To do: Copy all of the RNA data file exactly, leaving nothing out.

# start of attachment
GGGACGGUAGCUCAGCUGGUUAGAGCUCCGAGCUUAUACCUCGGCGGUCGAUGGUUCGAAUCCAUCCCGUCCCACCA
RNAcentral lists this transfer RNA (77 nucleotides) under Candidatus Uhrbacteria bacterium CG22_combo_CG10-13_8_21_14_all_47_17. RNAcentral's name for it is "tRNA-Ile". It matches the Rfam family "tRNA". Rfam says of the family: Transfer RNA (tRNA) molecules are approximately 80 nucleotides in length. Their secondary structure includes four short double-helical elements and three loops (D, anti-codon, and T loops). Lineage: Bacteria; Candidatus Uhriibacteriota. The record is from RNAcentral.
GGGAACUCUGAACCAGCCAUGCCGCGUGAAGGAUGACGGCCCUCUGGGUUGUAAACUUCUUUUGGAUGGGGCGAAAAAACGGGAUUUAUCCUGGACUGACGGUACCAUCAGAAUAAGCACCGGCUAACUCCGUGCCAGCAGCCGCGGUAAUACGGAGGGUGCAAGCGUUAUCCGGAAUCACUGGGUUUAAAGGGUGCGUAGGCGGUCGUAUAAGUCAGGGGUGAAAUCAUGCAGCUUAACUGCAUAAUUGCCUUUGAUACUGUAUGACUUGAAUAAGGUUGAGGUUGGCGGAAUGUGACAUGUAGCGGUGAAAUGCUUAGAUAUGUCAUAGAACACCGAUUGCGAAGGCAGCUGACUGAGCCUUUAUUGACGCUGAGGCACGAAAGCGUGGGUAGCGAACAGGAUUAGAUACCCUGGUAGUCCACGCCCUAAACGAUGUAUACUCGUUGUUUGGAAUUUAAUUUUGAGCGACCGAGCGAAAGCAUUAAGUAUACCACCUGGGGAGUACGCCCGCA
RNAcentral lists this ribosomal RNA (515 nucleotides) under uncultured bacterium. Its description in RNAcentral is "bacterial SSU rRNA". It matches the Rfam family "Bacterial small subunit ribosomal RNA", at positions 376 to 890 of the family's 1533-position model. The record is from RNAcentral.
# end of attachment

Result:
GGGACGGUAGCUCAGCUGGUUAGAGCUCCGAGCUUAUACCUCGGCGGUCGAUGGUUCGAAUCCAUCCCGUCCCACCA
RNAcentral lists this transfer RNA (77 nucleotides) under Candidatus Uhrbacteria bacterium CG22_combo_CG10-13_8_21_14_all_47_17. RNAcentral's name for it is "tRNA-Ile". It matches the Rfam family "tRNA". Rfam says of the family: Transfer RNA (tRNA) molecules are approximately 80 nucleotides in length. Their secondary structure includes four short double-helical elements and three loops (D, anti-codon, and T loops). Lineage: Bacteria; Candidatus Uhriibacteriota. The record is from RNAcentral.
GGGAACUCUGAACCAGCCAUGCCGCGUGAAGGAUGACGGCCCUCUGGGUUGUAAACUUCUUUUGGAUGGGGCGAAAAAACGGGAUUUAUCCUGGACUGACGGUACCAUCAGAAUAAGCACCGGCUAACUCCGUGCCAGCAGCCGCGGUAAUACGGAGGGUGCAAGCGUUAUCCGGAAUCACUGGGUUUAAAGGGUGCGUAGGCGGUCGUAUAAGUCAGGGGUGAAAUCAUGCAGCUUAACUGCAUAAUUGCCUUUGAUACUGUAUGACUUGAAUAAGGUUGAGGUUGGCGGAAUGUGACAUGUAGCGGUGAAAUGCUUAGAUAUGUCAUAGAACACCGAUUGCGAAGGCAGCUGACUGAGCCUUUAUUGACGCUGAGGCACGAAAGCGUGGGUAGCGAACAGGAUUAGAUACCCUGGUAGUCCACGCCCUAAACGAUGUAUACUCGUUGUUUGGAAUUUAAUUUUGAGCGACCGAGCGAAAGCAUUAAGUAUACCACCUGGGGAGUACGCCCGCA
RNAcentral lists this ribosomal RNA (515 nucleotides) under uncultured bacterium. Its description in RNAcentral is "bacterial SSU rRNA". It matches the Rfam family "Bacterial small subunit ribosomal RNA", at positions 376 to 890 of the family's 1533-position model. The record is from RNAcentral.